A 2021 mental health meta-analysis of 35 studies in South Asia during the Covid-19 pandemic shows a high prevalence of 34 percent for depression and 41 percent for anxiety. If South Asia is taken as representative of Asia, more than 1.5 billion people out of the total Asian population of 4.7 billion are currently struggling with depression or anxiety. Beyond doubt, mental health is one of the topmost felt needs in the Asian community.
Apart from depression and anxiety, studies have not included other mental health problems. Post-pandemic repercussions, impending economic hardships, famines, natural disasters, and geopolitical or civil disorders will surely bring about an onslaught of more mental health problems in Asia, including a higher rate of suicides.
As a case in point, a report by the World Health Organization shows that South East Asia alone contributes to 39 percent of the annual number of suicides globally. Meanwhile, the 2020 WHO Mental Health Atlas states that the number of mental health workers per 100,000 people in South East Asia is only 2.8, compared with the global median of 13.0 (p. 61). In fact, only a meager USD 0.10 of government expenditure in these countries was spent on mental health per capita in 2020, compared with the global median of USD 7.49 (p. 52).
This mismatch means that the mental health needs in Asia are immense. Will the Asian church be missing out on this big window of opportunity to minister to the needs of others? Will we be missing out on bringing the good news to the lost in Asia through this huge avenue of entry?
People living with mental health needs comprise one of the largest mission fields for the church worldwide.
What the Wonderful Counselor Is Teaching Us
As the ‘wonderful counselor’ (Isa 9:6), Jesus recognizes that besides our spiritual and physical needs, we also have psychological needs. We are made up of spirit, body, and soul. Indeed, the Greek word for soul is psyche, from which we get the word psychology. Psychology is the science of how our human nature thinks, feels, and behaves.
When Jesus proclaimed the kingdom of God, he often went around the community to minister to the people’s felt needs. He not only healed the sick and delivered others from demonic oppression, but many times, he also counseled them when they were struggling with psychological issues.
In Christian terminology, counseling is a therapeutic relationship between two or more persons in which one person seeks to help another person or persons cope with their emotional and mental struggles, live better, and grow in the faith through listening and dialoguing with them.
For example, Jesus counsels a Samaritan woman in her shame as she comes out to draw water from a well in the hottest part of the day when no one else is there (John 4:4-42). She was trying to avoid the villagers as she was living an immoral life, cohabiting with someone not her husband and having had five previous husbands.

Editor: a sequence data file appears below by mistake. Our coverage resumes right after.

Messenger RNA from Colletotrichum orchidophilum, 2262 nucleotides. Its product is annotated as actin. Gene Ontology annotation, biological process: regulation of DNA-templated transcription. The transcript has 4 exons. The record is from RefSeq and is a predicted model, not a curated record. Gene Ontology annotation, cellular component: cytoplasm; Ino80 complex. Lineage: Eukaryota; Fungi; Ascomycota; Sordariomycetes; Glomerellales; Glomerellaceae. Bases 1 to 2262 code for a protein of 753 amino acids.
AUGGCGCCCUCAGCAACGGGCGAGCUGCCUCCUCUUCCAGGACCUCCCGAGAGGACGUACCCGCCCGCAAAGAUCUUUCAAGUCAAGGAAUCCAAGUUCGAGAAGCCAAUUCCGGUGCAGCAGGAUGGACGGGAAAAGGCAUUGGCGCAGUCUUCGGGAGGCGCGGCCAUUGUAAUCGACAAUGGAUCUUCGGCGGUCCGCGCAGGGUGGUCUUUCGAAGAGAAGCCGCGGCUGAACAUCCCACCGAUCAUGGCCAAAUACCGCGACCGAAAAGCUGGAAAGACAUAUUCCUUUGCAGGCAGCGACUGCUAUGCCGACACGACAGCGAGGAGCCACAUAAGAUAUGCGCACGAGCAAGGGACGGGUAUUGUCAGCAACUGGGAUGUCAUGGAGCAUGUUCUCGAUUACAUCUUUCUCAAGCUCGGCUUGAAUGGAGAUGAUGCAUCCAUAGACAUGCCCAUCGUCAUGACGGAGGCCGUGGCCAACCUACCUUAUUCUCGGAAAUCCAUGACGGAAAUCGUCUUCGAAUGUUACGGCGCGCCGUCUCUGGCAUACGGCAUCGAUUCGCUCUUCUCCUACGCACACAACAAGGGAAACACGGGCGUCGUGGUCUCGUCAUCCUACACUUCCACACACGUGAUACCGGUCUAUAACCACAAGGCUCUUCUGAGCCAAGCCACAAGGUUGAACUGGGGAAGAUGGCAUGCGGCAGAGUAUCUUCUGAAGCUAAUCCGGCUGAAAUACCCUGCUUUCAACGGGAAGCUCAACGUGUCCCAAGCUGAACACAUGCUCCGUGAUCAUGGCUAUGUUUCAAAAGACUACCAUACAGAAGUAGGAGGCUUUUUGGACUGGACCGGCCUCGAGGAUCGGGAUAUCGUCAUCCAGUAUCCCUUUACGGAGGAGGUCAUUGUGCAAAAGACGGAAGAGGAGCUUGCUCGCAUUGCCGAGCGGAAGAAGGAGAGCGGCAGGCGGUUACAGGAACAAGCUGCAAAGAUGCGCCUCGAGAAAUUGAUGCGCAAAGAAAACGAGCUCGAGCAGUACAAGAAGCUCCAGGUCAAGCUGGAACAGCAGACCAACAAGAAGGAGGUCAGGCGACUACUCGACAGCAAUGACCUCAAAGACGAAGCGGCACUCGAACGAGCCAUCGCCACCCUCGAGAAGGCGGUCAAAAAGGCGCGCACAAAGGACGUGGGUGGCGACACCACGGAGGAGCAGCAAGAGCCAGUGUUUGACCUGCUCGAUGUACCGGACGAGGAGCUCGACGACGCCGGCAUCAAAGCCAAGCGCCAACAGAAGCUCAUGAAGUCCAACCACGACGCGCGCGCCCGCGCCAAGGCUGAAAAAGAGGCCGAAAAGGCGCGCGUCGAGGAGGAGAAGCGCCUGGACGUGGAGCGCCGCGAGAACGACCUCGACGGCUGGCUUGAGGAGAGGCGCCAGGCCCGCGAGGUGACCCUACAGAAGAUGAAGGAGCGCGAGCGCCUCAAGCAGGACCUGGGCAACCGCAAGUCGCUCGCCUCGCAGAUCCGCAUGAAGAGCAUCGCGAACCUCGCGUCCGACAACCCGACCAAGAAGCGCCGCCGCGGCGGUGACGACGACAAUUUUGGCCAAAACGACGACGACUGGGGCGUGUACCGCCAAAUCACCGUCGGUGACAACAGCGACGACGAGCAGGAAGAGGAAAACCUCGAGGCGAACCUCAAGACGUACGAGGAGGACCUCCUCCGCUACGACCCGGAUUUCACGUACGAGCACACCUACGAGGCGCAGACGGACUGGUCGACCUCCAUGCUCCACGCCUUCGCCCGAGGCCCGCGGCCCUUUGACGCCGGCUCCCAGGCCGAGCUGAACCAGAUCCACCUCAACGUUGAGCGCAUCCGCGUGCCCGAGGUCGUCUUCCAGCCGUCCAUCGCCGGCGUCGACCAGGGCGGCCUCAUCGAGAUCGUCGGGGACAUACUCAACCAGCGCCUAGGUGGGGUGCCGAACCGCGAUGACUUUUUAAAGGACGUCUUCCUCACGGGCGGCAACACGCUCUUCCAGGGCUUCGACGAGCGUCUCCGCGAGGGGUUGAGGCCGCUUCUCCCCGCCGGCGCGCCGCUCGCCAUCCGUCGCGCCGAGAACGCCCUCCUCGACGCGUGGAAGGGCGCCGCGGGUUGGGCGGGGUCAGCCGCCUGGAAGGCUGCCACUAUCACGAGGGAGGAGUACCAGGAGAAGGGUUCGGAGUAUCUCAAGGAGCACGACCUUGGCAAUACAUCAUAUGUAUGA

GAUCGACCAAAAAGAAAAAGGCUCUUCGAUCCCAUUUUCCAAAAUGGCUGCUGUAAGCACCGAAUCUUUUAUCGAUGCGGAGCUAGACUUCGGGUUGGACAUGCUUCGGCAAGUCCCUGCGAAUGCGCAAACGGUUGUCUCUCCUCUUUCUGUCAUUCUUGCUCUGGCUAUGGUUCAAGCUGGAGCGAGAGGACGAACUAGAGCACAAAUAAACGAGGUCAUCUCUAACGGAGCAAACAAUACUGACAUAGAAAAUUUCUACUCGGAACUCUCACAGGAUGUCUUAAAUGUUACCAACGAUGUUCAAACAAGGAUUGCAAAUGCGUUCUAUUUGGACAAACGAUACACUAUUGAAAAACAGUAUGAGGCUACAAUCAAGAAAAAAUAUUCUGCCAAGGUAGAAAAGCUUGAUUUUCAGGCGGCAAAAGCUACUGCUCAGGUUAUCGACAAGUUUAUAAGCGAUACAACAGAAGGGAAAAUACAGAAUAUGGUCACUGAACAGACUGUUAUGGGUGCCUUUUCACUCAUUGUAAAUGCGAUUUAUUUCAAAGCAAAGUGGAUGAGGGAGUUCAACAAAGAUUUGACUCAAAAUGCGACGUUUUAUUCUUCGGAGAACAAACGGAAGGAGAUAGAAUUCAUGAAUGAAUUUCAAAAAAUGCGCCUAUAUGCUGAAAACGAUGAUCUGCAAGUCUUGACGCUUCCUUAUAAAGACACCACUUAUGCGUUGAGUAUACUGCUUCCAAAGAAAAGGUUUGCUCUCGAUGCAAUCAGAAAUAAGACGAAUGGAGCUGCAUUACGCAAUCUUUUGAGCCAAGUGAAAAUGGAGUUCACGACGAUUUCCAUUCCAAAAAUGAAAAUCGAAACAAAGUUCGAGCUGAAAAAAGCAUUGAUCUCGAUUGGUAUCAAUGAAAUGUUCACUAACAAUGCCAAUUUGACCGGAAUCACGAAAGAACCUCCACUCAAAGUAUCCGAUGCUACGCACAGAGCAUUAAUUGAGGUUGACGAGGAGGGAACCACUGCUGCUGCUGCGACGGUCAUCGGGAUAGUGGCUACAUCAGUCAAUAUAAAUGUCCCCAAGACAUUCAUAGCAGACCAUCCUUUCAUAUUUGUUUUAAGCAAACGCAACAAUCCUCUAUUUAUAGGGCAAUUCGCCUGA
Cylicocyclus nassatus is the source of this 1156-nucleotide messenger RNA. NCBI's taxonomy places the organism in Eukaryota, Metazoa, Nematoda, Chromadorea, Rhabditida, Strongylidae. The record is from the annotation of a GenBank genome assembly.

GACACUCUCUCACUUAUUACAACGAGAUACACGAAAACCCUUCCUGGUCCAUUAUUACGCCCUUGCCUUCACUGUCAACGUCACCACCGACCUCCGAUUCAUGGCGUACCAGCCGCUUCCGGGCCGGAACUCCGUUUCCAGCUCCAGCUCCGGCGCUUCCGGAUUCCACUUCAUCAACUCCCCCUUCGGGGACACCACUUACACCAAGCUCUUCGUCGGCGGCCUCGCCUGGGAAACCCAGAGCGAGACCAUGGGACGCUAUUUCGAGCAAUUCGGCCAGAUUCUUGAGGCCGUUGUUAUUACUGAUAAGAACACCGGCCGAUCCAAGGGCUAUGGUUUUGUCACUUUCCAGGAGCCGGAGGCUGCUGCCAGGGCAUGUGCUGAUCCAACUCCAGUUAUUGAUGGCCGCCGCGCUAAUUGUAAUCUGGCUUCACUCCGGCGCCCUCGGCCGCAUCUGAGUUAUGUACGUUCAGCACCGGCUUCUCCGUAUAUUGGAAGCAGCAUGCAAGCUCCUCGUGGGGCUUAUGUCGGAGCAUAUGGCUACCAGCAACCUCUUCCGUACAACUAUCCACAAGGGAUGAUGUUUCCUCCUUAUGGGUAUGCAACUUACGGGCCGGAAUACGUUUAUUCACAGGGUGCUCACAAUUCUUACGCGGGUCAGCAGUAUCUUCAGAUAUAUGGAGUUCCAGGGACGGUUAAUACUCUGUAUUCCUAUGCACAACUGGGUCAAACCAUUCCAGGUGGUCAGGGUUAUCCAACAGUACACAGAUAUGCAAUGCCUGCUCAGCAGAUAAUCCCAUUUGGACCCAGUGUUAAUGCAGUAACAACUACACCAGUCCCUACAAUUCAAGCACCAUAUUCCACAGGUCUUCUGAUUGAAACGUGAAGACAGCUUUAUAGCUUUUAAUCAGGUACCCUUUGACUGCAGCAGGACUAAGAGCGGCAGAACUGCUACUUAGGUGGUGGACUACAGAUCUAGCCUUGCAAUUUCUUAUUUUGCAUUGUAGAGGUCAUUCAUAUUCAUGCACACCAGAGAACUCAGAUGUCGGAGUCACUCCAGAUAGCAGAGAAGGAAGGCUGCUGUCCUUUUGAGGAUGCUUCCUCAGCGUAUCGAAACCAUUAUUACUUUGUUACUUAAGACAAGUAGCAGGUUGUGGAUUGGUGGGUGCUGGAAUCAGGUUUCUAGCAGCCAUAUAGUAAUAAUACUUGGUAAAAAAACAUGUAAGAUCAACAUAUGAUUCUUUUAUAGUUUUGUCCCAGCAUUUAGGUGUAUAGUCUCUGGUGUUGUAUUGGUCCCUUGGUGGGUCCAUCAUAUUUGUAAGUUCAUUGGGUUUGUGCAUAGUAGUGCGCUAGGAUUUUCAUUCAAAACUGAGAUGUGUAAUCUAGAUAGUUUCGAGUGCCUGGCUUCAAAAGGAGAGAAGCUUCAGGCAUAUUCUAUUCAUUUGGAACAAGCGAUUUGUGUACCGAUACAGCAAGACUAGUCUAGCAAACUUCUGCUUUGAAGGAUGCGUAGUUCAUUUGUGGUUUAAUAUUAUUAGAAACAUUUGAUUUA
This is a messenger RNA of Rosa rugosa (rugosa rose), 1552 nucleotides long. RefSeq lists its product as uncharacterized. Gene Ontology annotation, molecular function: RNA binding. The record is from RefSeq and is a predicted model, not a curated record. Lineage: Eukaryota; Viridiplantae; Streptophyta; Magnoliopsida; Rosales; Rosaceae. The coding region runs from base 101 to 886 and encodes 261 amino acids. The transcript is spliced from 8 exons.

Jesus does not pray for her to be healed of her shame, nor does he cast out the demon of shame from her. This is contrary to what I have seen several times in churches where leaders prayed to cast out the demon of depression from people who are depressed. No, instead, Jesus counsels the Samaritan woman.
Likewise, Jesus did not pray for healing or cast out the demon of grief from the two disciples with downcast faces on the road to Emmaus (Luke 24:13-35). Instead, he counseled them in their grief as he journeyed alongside them.
Neither did Jesus pray for healing or cast out the demon of rejection from Peter, who had earlier betrayed him. Over a meal to reinstate their close relationship, Jesus counseled Peter and assigned him to take care of the church to signify his restoration (John 21:15-17).
How do our stories connect to God’s story?
Thus, whether we are taking care of his sheep as the body of Christ to one another or proclaiming the gospel to the lost in the community, we ought to be relevant in meeting the spiritual, physical, and psychological needs of others. Indeed, Jesus teaches us from the above encounters that we must attend to people’s psychological struggles in addition to their spiritual and physical ones.
To do this effectively, the body of Christ needs to learn some basic mental health knowledge and skills. If we equip ourselves with basic mental health literacy, we will know more about our human nature in how people think, feel, and behave. This way, we will respond to people’s emotional and mental struggles more effectively.
The Asian Church’s Attitude toward Mental Health
Presently, there is no study carried out to determine the level of mental health literacy in the Asian church, but the following snippets will give us a glimpse of the low level of mental health awareness amongst Christians in Asia.